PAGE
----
• Most of the additional purchases will be in the form of JGBs, to be bought at a rate of ¥3trn or more per month. But more purchases of private sector securities can be expected, including from entities with lower credit ratings. It may also relax its implied ‘1% rule’ under which its purchases of ETFs are conducted only when the TOPIX has fallen by that amount from the previous day’s close.
  • Stronger forward guidance, with a new Fed-style commitment to keep rates low for longer, perhaps until the 2% inflation target is in sight.

With market expectations so high, even the multi-faceted approach we expect risks triggering disappointment. In particular, with the BoJ likely to eschew JGB purchases at the long end of the curve where yields have fallen most in recent weeks (20Y yields have dropped more than 40bps over the past two months), the announcement might prompt some steepening of the yield curve. But the additional JGB purchases should justify the recent compression of yields at the shorter end. And since the expansion of the BoJ’s balance sheet that we expect (an extra 4% of GDP this year) will comfortably outdo any equivalent moves at other major central banks over coming quarters, the announcement should justify recent equity market gains and renewed yen weakness.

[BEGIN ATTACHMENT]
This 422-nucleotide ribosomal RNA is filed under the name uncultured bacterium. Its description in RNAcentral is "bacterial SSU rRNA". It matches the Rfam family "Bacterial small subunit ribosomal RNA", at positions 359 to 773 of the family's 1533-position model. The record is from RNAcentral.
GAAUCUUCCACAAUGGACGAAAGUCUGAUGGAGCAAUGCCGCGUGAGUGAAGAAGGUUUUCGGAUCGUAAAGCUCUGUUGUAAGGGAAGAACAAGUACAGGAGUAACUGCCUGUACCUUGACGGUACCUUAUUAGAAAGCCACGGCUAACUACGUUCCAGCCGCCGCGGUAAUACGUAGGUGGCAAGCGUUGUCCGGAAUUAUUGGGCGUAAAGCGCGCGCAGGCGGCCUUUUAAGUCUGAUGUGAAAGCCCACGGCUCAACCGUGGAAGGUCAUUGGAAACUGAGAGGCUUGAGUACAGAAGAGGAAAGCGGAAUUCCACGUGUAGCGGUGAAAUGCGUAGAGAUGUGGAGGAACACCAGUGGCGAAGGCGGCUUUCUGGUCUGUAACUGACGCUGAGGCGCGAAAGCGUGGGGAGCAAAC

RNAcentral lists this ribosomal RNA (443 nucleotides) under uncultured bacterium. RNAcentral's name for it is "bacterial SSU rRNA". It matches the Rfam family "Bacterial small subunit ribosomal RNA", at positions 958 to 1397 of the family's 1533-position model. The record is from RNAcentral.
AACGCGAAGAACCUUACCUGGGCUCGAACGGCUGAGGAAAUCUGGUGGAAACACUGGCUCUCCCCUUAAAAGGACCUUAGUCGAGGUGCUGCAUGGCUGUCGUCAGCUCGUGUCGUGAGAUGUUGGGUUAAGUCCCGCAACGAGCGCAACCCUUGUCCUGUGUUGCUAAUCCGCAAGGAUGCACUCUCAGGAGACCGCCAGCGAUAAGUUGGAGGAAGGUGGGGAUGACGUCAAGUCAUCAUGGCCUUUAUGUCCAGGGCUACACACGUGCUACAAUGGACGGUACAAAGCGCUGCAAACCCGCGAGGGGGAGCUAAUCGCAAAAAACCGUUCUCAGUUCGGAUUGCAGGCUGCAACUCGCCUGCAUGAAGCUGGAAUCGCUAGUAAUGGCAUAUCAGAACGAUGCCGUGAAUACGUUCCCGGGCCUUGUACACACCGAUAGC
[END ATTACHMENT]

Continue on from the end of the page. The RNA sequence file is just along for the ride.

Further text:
More important than the immediate market impact will be the longer-term economic impact. In particular, will the new policies be sufficient to meet the BoJ’s inflation target over coming years? We think not. Given the extent to which deflationary expectations are firmly entrenched, more accommodative monetary policy will need to be bolstered with additional support from fiscal policy beyond the present fiscal year to sustain above-potential GDP growth and close the output gap. Further structural reform initiatives, particularly to change the incentives for firms to invest, recruit and reward their staff, are likely to be required too. And, ultimately, we would expect to see more easing from the BoJ in the months ahead. Nevertheless, if the BoJ does as we expect tomorrow, it will mark a step in the right direction and help maintain some expectations of better times ahead for Japan’s economy.


Chris Scicluna, Head of Economic Research